Today the Federal Government of Germany implemented a January 2012 ruling of the European Commission by officially delivering to Deutsche Post DHL a demand for repayment of state aid including interests in the amount of EUR298 million. The European Commission had initiated a formal investigation concerning state aid in 2007 and reached the conclusion that that the consideration of pension expenses during price approvals by the Federal Network Agency (Bundesnetzagentur) led to incompatible state aid for Deutsche Post.
This, therefore, in part constituted incompatible state aid. In its ruling, the Commission did not determine the amount of the controversial state aid but had initially expected the range to be between EUR500 million to EUR1 billion. The amount ultimately calculated by the federal government on the basis of the ruling is EUR298 million.
The liquidity of the Group will continue to remain solid
Deutsche Post DHL, as well as the Federal Government of Germany, has meanwhile filed an appeal with the European Court of Justice against the state aid ruling made by the European Commission. From the company’s point of view, the ruling is incomprehensible and has no basis in fact as the Commission addressed matters they had already examined during similar state aid proceedings from 2002, matters that had ended in a defeat for the Commission in September 2010 as a result of a company appeal in the ultimate legal instance.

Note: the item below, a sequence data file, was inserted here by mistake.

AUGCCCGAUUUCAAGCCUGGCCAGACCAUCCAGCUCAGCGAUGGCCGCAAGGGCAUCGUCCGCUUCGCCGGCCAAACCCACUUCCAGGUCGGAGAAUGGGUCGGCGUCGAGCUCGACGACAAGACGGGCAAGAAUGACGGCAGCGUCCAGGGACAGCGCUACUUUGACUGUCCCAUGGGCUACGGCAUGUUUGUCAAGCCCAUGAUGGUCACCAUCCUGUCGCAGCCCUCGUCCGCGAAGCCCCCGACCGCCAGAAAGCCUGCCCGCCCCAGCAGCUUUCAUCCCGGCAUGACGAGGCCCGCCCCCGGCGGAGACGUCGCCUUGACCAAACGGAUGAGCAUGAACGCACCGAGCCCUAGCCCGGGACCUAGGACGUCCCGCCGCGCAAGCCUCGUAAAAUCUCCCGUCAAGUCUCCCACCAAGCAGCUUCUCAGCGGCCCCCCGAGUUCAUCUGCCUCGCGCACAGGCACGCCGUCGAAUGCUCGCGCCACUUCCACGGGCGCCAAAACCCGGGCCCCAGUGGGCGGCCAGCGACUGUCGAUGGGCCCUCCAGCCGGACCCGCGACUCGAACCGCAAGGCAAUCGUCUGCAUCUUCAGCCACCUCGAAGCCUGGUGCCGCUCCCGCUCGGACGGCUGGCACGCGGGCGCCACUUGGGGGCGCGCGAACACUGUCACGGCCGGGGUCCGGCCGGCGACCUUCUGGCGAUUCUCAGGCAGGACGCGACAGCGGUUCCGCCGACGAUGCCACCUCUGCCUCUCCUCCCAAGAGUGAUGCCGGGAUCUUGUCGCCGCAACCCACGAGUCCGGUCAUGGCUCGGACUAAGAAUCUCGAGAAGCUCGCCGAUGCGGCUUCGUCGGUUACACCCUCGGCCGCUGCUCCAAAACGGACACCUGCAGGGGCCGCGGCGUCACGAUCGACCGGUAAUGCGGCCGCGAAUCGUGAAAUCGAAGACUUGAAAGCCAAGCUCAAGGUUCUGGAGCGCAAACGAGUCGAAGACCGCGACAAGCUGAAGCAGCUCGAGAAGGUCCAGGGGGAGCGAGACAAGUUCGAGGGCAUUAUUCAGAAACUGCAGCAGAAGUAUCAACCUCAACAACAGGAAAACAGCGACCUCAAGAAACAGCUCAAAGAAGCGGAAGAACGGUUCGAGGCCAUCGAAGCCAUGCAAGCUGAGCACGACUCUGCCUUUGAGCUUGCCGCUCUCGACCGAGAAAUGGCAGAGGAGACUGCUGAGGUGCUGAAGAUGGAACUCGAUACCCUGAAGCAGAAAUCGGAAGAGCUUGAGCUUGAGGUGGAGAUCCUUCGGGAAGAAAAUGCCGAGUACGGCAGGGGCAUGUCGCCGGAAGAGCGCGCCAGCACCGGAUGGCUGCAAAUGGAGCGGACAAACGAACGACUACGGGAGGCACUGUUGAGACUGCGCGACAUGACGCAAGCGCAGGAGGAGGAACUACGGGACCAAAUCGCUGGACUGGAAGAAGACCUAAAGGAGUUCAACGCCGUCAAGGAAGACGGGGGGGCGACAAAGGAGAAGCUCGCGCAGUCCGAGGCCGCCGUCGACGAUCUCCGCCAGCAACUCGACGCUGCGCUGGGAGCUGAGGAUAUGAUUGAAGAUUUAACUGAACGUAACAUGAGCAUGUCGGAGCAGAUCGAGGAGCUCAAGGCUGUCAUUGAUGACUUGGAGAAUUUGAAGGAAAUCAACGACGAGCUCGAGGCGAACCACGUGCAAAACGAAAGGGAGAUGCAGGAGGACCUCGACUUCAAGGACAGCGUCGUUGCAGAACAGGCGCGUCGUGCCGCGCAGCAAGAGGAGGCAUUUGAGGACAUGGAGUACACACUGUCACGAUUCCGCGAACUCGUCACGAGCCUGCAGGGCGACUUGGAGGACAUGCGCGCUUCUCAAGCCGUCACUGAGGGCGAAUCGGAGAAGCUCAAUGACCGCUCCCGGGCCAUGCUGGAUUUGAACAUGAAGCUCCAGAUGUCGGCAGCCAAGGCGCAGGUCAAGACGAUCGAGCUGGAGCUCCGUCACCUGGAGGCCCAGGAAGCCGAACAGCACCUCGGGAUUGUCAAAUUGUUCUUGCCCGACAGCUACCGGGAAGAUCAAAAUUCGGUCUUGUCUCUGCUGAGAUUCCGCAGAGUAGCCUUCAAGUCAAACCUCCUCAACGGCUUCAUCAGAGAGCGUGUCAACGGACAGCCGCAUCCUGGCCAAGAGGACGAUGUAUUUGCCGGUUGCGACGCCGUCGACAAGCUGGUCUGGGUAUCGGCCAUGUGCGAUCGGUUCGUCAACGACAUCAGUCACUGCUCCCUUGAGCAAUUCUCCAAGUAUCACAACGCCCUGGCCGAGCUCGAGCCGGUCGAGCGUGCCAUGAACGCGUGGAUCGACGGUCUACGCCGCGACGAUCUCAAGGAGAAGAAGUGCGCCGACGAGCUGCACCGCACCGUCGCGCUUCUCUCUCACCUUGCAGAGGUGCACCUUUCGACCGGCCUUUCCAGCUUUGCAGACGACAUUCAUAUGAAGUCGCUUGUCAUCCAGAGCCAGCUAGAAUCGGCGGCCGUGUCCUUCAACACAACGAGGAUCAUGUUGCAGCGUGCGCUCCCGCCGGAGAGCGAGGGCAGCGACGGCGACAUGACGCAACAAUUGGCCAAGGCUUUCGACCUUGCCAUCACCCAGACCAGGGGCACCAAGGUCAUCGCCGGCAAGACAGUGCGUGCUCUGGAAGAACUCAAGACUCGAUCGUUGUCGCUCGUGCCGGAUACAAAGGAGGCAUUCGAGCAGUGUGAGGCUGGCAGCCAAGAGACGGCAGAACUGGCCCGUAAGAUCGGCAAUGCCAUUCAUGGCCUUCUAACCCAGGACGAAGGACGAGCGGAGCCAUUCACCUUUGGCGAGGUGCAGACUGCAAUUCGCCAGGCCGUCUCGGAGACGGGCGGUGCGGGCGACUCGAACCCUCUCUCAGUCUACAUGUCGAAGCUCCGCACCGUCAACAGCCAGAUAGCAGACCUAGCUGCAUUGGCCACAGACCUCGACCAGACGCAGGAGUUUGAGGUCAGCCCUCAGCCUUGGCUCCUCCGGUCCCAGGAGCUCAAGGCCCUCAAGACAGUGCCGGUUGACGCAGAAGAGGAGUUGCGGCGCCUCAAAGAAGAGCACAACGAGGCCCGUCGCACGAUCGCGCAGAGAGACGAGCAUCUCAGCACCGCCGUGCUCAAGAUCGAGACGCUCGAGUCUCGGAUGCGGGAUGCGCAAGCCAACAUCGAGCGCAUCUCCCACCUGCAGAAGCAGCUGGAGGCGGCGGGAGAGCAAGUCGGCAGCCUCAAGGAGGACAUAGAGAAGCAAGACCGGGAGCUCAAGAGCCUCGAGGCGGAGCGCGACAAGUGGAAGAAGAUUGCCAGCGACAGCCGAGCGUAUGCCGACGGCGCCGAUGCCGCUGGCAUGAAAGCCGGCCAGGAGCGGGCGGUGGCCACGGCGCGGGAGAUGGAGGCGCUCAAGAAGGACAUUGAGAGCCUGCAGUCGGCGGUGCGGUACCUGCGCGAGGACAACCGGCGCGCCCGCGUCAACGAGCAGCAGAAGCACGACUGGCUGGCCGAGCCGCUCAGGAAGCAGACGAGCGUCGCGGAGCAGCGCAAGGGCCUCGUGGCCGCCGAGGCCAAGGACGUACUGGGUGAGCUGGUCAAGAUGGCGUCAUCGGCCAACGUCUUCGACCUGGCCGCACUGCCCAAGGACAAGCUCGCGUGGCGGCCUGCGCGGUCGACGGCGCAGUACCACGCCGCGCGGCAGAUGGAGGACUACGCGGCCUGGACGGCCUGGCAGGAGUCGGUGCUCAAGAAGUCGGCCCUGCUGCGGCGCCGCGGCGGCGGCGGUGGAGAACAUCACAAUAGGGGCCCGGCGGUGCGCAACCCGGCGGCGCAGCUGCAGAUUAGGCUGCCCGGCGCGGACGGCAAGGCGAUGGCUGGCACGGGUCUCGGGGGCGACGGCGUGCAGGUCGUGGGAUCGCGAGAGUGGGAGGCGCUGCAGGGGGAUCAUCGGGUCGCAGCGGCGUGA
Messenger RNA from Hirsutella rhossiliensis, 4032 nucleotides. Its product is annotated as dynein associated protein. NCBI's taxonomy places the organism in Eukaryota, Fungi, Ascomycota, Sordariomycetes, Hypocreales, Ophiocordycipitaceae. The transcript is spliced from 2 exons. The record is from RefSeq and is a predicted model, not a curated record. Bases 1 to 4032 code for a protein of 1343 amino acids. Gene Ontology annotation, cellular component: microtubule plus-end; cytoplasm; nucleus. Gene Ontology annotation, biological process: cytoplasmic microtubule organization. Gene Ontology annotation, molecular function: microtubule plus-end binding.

Since it is the company’s opinion that the state aid ruling from January cannot withstand legal review, the payment that is to be made will be recorded only in the balance sheet for 2012. As a consequence, company earnings both in the past fiscal year and in the years to come remain unaffected by the decision. The liquidity of the Group will continue to remain solid.